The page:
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# Big Bang 2 and a new beginning of space/time

Author Topic:   Big Bang 2 and a new beginning of space/time
Son Goku
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Posts: 1226
From: Ireland
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 (3)
 Message 16 of 33 (667264) 07-05-2012 6:18 AM

The cosmological constant problem and quintessence.
Now, $\color{white} \Lambda^{vac}$ and $\color{white} \Lambda^{ind}$ are very large quantities, corresponding to a huge amount of energy. However they have opposite signs and cancel to incredible precision.
The total $\color{white} \Lambda = \Lambda^{vac} + \Lambda^{ind}$ is tiny compared with either of them. Both $\color{white} \Lambda^{vac}$ and $\color{white} \Lambda^{ind}$ are $\color{white} 10^{55}$ times larger than $\color{white} \Lambda$.
Now to handle an often repeated myth. Many critics of current cosmology say we cannot explain the value of $\color{white} \Lambda$ and that when we tried to do it we get an answer far larger than we should.
This myth is based on early papers that calculated only $\color{white} \Lambda^{vac}$ and found it was far larger than $\color{white} \Lambda$. The reason this was done is because $\color{white} \Lambda^{vac}$ is related to vacuum infinities, you don't need to go into the details of particle physics when there is no matter around, so it's an easier quantity to calculate and you would hope that $\color{white} \Lambda^{ind}$ is unimportant. Unfortunately of course it turns out we need to look at $\color{white} \Lambda^{ind}$ as well. The first papers handling $\color{white} \Lambda^{ind}$ go back to 1975, so anybody still peddling this myth that the cosmological constant is "billions of times larger" than physicists thought is nearly forty years out of date.
So the actual problem we have today is:
Why do the two sources for the cosmological constant cancel so precisely?
At the moment we know the source of most of the cancellation (quite technical, but it can be explained if anybody wishes), however we still need to understand the remainder, which currently looks quite difficult.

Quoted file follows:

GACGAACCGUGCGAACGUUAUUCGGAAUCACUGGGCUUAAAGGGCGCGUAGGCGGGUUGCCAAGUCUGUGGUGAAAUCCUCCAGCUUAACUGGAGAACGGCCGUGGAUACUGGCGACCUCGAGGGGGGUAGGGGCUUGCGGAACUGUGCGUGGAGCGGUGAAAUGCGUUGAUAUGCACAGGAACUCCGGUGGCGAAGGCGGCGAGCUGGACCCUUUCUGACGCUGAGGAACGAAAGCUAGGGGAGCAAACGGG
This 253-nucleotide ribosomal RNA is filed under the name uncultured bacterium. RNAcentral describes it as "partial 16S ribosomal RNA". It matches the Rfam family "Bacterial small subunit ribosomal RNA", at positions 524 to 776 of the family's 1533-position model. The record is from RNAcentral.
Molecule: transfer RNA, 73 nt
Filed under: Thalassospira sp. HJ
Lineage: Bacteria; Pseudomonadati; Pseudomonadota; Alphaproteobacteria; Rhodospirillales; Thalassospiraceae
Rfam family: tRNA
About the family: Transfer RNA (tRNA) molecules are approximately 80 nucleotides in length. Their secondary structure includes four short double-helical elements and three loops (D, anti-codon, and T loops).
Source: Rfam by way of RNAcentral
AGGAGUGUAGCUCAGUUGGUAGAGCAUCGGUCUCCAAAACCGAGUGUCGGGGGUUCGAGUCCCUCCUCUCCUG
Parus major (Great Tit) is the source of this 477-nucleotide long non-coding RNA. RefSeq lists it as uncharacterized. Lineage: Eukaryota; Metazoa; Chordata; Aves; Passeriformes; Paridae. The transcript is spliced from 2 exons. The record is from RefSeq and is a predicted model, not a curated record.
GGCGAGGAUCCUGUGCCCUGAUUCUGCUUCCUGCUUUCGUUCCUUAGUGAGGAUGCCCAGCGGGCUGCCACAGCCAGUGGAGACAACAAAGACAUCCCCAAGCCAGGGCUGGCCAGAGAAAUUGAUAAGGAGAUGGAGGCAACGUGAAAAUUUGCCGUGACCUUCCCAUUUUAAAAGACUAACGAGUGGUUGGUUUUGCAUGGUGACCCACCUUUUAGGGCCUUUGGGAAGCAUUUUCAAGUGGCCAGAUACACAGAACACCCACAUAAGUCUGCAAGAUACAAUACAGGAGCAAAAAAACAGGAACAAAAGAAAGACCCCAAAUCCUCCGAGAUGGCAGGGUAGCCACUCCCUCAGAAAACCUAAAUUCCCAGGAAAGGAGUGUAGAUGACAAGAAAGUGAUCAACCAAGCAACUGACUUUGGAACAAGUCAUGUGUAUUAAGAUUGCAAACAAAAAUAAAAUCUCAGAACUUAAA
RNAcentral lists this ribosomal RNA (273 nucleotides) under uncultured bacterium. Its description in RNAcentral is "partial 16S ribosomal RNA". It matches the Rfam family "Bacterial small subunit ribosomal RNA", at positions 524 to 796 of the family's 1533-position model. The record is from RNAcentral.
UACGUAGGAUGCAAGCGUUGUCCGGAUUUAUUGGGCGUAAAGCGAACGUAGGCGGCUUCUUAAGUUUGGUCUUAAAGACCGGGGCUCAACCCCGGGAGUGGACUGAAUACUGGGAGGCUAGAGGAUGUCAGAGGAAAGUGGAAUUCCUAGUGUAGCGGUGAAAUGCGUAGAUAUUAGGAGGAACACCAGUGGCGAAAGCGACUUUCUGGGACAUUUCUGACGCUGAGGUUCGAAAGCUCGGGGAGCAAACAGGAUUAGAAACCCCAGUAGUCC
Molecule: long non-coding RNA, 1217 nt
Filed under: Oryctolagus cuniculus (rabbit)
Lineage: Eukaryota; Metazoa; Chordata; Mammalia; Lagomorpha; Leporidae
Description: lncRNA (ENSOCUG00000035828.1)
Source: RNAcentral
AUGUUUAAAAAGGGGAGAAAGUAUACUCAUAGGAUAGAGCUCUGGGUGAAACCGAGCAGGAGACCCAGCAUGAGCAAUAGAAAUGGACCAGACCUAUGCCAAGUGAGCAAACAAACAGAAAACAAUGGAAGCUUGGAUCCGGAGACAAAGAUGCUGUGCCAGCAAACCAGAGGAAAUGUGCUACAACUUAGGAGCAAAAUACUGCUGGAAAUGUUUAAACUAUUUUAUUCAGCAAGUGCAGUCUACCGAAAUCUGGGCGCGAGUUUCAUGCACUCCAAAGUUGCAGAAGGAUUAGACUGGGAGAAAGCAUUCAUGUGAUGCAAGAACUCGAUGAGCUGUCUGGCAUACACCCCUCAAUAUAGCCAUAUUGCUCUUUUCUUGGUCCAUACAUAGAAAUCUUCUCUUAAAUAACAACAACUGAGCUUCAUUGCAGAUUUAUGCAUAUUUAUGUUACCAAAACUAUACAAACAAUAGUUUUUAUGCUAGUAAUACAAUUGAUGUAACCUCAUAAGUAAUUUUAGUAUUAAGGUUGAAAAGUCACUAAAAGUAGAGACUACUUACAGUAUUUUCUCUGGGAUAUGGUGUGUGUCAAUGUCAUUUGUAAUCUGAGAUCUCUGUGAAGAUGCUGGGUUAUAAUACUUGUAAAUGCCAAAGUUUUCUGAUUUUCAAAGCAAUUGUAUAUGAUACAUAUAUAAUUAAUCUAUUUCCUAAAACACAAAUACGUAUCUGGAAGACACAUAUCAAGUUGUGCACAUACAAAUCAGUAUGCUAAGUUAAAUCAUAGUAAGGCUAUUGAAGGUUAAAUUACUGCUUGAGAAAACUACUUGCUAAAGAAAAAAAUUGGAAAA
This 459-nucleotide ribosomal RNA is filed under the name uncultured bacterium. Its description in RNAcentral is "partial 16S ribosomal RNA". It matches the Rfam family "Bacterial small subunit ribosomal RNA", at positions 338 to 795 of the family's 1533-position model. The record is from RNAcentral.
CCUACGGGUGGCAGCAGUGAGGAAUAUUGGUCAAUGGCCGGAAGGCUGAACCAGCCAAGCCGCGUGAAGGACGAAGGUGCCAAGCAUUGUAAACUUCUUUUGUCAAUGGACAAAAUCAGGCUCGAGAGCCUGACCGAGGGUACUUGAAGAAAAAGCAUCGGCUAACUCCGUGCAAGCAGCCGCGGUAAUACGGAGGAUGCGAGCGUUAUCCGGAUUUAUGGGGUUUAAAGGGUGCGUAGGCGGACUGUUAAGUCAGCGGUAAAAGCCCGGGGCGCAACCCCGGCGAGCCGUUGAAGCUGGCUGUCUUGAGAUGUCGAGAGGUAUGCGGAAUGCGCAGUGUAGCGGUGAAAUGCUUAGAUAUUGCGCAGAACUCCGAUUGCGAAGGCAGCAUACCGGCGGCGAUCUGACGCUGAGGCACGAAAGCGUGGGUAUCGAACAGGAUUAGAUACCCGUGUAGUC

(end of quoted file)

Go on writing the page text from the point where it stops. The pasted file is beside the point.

This is the most widely accepted idea for Dark Energy, let me sum up the facts:

1. Quantum Mechanical matter automatically introduces a new term to Einstein's equations: $\color{white} \Lambda g_{\mu\nu}$ in order to remove infinities.
2. This term gives rise to an accelerating expanding universe, as explained in my first post on this thread. This matches our universe provided $\color{white} \Lambda$ is small and positive.
3. The Standard Model does seem to predict that $\color{white} \Lambda$ is small and positive, due to precise cancellations between the two terms that contribute to it.
4. The problem is we don't understand this cancellation as much as we would like.
Quintessence
This is another idea for Dark Energy, but observations are making it increasingly unlikely. Basically quintessence is a field filling the universe. It naturally interacts with gravity in such a way as to act like the term: $\color{white} \Lambda g_{\mu\nu}$ It also sets the real $\color{white} \Lambda$ to zero, so no need to worry about cancellations. It also means Dark Energy is an actual substance, the quintessence field. However observations of the universe have caused serious problems for this. The Quintom scenario/problem (found in 2004), means that to match the behaviour of the universe you need at least two of the these fields. Nobody can really think of a convincing way of having two of these fields without us having already noticed them.
Other ideas
All other ideas for Dark Energy are just different things which act like: $\color{white} \Lambda g_{\mu\nu}$ Such as a larger extra-dimensional universe "pressing" on ours or "Cracks/Defects" in spacetime. All these ideas are really cool, but I must emphasis that theoretical calculations and experimental evidence are increasingly favouring Vacuum energy.
Summary
The Cosmological constant(Dark Energy) increasingly seems to be, not a substance, but rather a natural quantity arising from precise cancellations that occur when removing infinities from quantum matter.

 Replies to this message: Message 17 by zaius137, posted 07-06-2012 5:00 PM Son Goku has replied Message 19 by zaius137, posted 07-06-2012 5:16 PM Son Goku has replied

zaius137
Member (Idle past 3103 days)
Posts: 407
Joined: 05-08-2012

 (1)
 Message 17 of 33 (667391) 07-06-2012 5:00 PM Reply to: Message 16 by Son Goku07-05-2012 6:18 AM

Re: The cosmological constant problem and quintessence.
Son,
Good to converse with you again.